The local mansion called Brookside, today home to the Brookside Museum, was one of the first resort hotels in the United States, having opened in 1792.
It was, one contemporary writer said in the early 1800s, “the first respectable house” for visitors in the burgeoning mineral springs resort of Ballstown, built before the Medbery, San Souci, and other early hotels.
Writer Washington Irving stayed there in 1803, and James Fenimore Cooper was a guest in 1825, in the midst of writing “The Last of the Mohicans.”
But the fortunes of the hotel eventually declined along with those of the village and its springs, to the point where it was at risk of demolition in the late 1960s, just before the Saratoga County Historical Society bought it.
A new permanent exhibit at the museum tells the story of the unique building, which has evolved through more than a half-dozen different uses in the last two centuries.
“We’re pretty lucky that it’s even here,” said Kathleen Coleman, curator of the exhibit.
The big white mansion on the west side of the Gordon Creek near Old Iron Spring Park is today considered the oldest building in the village.
It has a long association with Ballston Spa’s history: It was the site of the first village board meeting after the village incorporated in 1807, of the centennial village board meeting in 1907, and of the bicentennial board meeting last year.
Coleman spent six months putting the exhibit together, writing separate narrative histories for the building, the people who owned it and of what was going on in each era in the surrounding community.
“I wanted to talk about the changes over time and how the building fit into what was going on in the community,” Coleman said.
The exhibit has been discussed by museum officials since 2005.
“We did a visitor survey that indicated people were disappointed that there was nothing on the building,” said museum Executive Director Joy Houle.
Coleman drew on research done by historian Field Horne, a former director of the museum, for his earlier book, “The First Respectable House,” and on original documents.
She had access to letters written in 1800 by Abigail May, a 24-year-old woman from Boston who spent that summer at the hotel, and whose nearly daily letters home were saved.
A separate permanent exhibit on the museum’s second floor shows what her guest room might have looked like 208 years ago, when the hotel business was booming.
“She writes about how there were 80 people staying in the building,” Coleman said.
In its most successful years, from 1795 to 1836, the hotel was owned by Joshua Aldridge, and was known as The Aldridge House.
The original owner, Benajah Douglas, bought 100 acres near the mineral springs in 1787, at the beginning of the commercial use of the mineral springs that were discovered in what was a wooded valley. He built a log cabin that his family shared with people visiting the springs. He then, in 1792, built the front part of the current building to better-serve people coming to the growing resort.
Douglas sold it to Joseph Westcot and a partner in 1795. Westcot died shortly afterward, and his widow married Joshua Aldridge, who sought to expand the business and by 1800 had put on two additions.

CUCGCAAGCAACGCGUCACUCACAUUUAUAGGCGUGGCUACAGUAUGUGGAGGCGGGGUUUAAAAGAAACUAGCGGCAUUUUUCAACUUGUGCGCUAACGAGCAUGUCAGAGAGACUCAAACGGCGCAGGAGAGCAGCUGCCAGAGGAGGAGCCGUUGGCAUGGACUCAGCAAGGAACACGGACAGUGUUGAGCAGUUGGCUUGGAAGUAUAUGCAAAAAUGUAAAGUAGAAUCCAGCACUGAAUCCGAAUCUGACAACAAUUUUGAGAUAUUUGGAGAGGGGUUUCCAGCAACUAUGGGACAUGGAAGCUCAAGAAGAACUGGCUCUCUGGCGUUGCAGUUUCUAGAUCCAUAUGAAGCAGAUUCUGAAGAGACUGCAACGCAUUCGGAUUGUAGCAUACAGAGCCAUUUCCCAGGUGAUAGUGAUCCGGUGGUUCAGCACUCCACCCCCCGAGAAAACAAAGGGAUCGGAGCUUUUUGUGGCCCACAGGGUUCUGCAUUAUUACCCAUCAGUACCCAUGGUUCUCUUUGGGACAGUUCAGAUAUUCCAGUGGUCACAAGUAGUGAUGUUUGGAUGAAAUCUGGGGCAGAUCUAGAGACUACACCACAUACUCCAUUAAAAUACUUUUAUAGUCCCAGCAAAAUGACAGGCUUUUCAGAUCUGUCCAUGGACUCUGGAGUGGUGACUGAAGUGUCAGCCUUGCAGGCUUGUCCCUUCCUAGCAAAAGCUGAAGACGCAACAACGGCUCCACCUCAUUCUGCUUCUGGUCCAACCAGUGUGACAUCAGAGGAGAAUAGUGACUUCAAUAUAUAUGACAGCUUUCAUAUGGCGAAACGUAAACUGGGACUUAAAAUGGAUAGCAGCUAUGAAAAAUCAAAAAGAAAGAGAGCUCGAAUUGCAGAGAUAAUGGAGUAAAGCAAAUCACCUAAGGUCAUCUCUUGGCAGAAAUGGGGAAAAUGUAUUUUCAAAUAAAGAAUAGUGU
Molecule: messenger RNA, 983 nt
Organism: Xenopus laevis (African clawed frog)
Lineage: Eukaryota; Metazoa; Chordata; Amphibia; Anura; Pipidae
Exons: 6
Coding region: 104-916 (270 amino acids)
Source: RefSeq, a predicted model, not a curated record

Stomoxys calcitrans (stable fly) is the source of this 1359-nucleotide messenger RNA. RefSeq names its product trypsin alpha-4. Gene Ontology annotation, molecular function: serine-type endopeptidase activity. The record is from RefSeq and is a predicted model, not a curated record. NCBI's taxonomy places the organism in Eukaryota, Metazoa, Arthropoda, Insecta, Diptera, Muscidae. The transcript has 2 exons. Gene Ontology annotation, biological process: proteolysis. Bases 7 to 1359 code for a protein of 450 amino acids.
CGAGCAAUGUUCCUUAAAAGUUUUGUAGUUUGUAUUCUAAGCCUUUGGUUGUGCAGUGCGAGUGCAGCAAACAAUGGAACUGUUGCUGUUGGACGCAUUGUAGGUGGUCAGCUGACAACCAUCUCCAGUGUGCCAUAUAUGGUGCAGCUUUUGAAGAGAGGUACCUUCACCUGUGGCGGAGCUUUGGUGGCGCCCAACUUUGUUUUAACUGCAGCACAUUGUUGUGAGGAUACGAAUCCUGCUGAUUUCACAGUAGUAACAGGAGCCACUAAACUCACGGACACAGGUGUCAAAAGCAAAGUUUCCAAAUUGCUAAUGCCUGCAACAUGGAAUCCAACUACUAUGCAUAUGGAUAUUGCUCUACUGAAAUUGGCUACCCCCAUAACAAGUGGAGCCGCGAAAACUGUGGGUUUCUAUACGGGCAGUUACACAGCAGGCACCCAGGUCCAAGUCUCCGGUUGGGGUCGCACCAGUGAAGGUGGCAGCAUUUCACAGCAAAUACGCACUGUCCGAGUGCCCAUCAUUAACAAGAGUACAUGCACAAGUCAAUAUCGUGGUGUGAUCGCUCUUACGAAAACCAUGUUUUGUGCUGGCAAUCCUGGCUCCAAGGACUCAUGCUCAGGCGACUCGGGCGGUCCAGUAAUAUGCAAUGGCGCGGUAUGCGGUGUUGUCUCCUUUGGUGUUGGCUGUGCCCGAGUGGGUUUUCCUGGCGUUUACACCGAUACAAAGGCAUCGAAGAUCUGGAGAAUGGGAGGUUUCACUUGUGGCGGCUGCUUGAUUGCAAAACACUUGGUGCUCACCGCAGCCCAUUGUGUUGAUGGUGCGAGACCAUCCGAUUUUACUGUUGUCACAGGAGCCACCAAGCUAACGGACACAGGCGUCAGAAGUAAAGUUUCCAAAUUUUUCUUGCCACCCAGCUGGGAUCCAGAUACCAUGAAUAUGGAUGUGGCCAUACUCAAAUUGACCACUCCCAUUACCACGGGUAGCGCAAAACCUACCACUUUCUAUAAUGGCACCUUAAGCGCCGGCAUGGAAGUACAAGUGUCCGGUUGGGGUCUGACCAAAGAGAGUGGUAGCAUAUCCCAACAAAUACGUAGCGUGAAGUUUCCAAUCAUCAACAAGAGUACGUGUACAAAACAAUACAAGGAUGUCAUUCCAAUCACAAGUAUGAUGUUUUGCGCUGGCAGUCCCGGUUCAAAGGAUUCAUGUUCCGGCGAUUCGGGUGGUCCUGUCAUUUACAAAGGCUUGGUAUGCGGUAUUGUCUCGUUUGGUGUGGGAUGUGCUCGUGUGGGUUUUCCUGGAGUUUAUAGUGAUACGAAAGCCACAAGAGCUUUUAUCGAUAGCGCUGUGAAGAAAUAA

“Aldridge is the one who really wanted to go for the well-to-do tourists,” Coleman said.
By the 1830s, though, a railroad line from Schenectady to Saratoga was making travel easier, but Saratoga Springs was offering more exciting recreation for visitors (like gambling). Also, some of the local springs were failing due to over-drilling, and that also hurt business at the local hotels.
In 1836, Aldridge sold the building to stepson Reuben Westcot, but the hotel closed in 1844, and Westcot lost it to foreclosure that same year.
In 1845, Episcopal priest Deodatus Babcock leased the building and opened a school, called The Ballston Spa Institute. In 1858, it became a military school, a use that continued into the Civil War.
In 1865, the building became the private residence of local industrialist Henry Mann. He was Saratoga County treasurer from 1860 to 1875, but a discrepancy in the sale of Civil War bonds resulted in a scandal that ruined Mann, who was forced to sell the house to satisfy debts in 1888.
Coleman said the name Brookside was first used for the building in 1893, about the time it first went into use as a boarding house.
Following another foreclosure in 1907 and then purchase by a Charles Cole in 1910, it was operated briefly as sanitarium by Dr. Howard A. Gibbs. But Gibbs closed the facility within a year.
Brookside was leased to private tenants from 1911 to 1950. In 1951, fashion photographer Bradford Smith and his family bought the house and moved in, and they modernized electric wiring and other utilities, then divided the building up into eight apartments. Smith sold the building in 1960 to William Musinger of Albany, who continued using it as an apartment building until 1968, when it was abandoned.
The Historical Society bought the building for $13,500 in 1971, and opened the museum of county history. In recent years, the society has taken measures to ensure the building’s structural stability, but maintaining the massive old structure is an ongoing issue, Houle said.
The exhibit, called “On Gordon Creek,” is on the museum’s second floor. Museum admission is $2.
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